SA cities score mid-level satisfaction in Least & Most Stressful Cities Index
SA's two major metros are fairly well rated for their “livability” compared with cities across the globe, with Johannesburg ranked 49 out of 100 cities, and Cape Town taking 51st place.
The 2021 Least and Most Stressful Cities Index, released on Thursday by VAAY.com, rates factors like safety and security, sociopolitical stability, population density, air, light, and noise pollution levels, the amount of traffic congestion and weather conditions.
The least stressful city is Reykjavik, Iceland, ahead of Bern in Switzerland and Helsinki, Finland.
Mumbai, India, ranks as the most stressful city in the study, followed by Lagos, Nigeria, and Manila, the Philippines. Manila is the most densely populated city in the study, ahead of Doha, Qatar, and Kabul, Afghanistan.
People living in Reykjavik, Iceland, have the best air quality, followed by Edinburgh in the UK and Wellington, New Zealand. The worst air quality was found to be in New Delhi, India, followed by Riyadh, Saudi Arabia, and Karachi, Pakistan.
Citizens in Oslo, Norway, have the best access to healthcare, ahead of Sydney, Australia, and Tokyo, Japan. Tokyo has the highest score for its Covid-19 response, meaning that it had the lowest stress impact on its citizens. Bangkok and Montreal ranked second and third.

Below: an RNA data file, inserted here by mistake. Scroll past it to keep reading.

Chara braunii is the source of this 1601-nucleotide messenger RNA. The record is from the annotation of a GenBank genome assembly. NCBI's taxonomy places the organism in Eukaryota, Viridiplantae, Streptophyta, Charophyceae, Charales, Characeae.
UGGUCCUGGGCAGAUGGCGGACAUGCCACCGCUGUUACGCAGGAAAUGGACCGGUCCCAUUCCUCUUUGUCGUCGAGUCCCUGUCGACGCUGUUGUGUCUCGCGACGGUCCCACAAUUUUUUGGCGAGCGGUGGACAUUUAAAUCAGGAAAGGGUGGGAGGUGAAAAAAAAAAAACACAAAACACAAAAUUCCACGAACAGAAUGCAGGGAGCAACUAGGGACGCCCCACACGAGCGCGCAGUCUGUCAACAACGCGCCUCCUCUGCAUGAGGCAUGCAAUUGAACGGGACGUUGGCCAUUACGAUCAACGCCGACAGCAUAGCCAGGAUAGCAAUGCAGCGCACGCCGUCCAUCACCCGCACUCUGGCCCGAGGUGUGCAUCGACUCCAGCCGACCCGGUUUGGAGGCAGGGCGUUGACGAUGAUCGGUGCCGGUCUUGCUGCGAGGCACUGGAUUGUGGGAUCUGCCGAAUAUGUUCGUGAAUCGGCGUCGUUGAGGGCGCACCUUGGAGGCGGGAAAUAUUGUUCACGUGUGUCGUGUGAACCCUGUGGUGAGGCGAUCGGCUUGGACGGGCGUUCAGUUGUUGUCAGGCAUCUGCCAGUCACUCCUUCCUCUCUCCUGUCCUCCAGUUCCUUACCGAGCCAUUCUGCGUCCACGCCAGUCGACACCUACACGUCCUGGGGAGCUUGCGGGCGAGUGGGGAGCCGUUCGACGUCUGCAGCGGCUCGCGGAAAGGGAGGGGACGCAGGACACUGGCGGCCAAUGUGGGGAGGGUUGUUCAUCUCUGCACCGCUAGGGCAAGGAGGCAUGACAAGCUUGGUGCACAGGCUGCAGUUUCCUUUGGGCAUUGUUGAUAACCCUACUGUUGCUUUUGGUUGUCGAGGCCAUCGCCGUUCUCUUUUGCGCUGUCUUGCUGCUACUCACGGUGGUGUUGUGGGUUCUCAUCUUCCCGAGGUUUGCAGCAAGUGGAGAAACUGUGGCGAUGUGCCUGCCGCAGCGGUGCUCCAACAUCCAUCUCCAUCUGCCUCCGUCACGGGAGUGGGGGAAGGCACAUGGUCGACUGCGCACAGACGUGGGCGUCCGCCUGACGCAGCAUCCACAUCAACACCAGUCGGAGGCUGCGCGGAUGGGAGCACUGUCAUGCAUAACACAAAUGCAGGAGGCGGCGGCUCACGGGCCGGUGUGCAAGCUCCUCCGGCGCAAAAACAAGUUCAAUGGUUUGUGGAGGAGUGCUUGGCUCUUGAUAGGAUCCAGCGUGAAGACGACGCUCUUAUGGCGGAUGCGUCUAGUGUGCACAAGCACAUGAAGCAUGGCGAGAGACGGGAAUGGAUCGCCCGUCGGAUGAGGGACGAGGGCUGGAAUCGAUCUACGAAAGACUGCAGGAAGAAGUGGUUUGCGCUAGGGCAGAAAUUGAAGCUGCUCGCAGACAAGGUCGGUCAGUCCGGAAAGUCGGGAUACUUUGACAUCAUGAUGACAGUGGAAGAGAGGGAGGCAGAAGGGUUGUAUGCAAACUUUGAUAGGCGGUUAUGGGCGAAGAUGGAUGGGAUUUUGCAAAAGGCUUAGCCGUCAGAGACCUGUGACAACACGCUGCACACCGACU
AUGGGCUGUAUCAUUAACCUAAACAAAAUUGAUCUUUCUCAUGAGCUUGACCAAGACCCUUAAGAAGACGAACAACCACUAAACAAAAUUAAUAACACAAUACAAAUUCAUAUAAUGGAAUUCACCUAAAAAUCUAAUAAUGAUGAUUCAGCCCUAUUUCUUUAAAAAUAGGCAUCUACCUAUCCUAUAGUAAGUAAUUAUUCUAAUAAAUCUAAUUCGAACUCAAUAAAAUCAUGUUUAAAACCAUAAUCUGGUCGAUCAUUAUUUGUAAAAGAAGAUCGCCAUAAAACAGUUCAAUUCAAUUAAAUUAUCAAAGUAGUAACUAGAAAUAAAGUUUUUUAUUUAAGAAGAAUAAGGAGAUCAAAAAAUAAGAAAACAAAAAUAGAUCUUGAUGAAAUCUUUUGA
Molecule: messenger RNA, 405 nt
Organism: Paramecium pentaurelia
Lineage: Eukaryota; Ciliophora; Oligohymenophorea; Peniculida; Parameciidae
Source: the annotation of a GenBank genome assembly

On a weather rating, São Paulo, Brazil, has the highest score (100), meaning it has the least stressful weather conditions, followed by Los Angeles (89.6) and Cape Town (88.8).
Johannesburg ranks 95 out of 100 for safety and security; 87 out of 100 for access to healthcare; 84 out of 100 for air pollution; and 55 out of 100 for financial stress.
Bucharest, Romania, has the lowest unemployment rate (1.2%), followed by Bangkok, Thailand (1.8%), and Warsaw, Poland (1.9%).
Lagos, Nigeria, has the highest unemployment rate (37.1%), followed by Johannesburg (35.1%) and Cape Town (26%).
“Our objective with this study is to show what cities can achieve for their citizens through effective governance, robust environmental policies and well-resourced social welfare systems. The aim is not to single out the cities which may lag behind in any of these areas, but rather highlight those which are leading examples of what can be done to improve the wellbeing of their inhabitants,” said Finn Age Hänsel, co-founder of VAAY.
“We hope that the results of the study serve as a useful barometer for cities and citizens alike to reassess their environments and work together towards developing cities that are less stressful places to live.”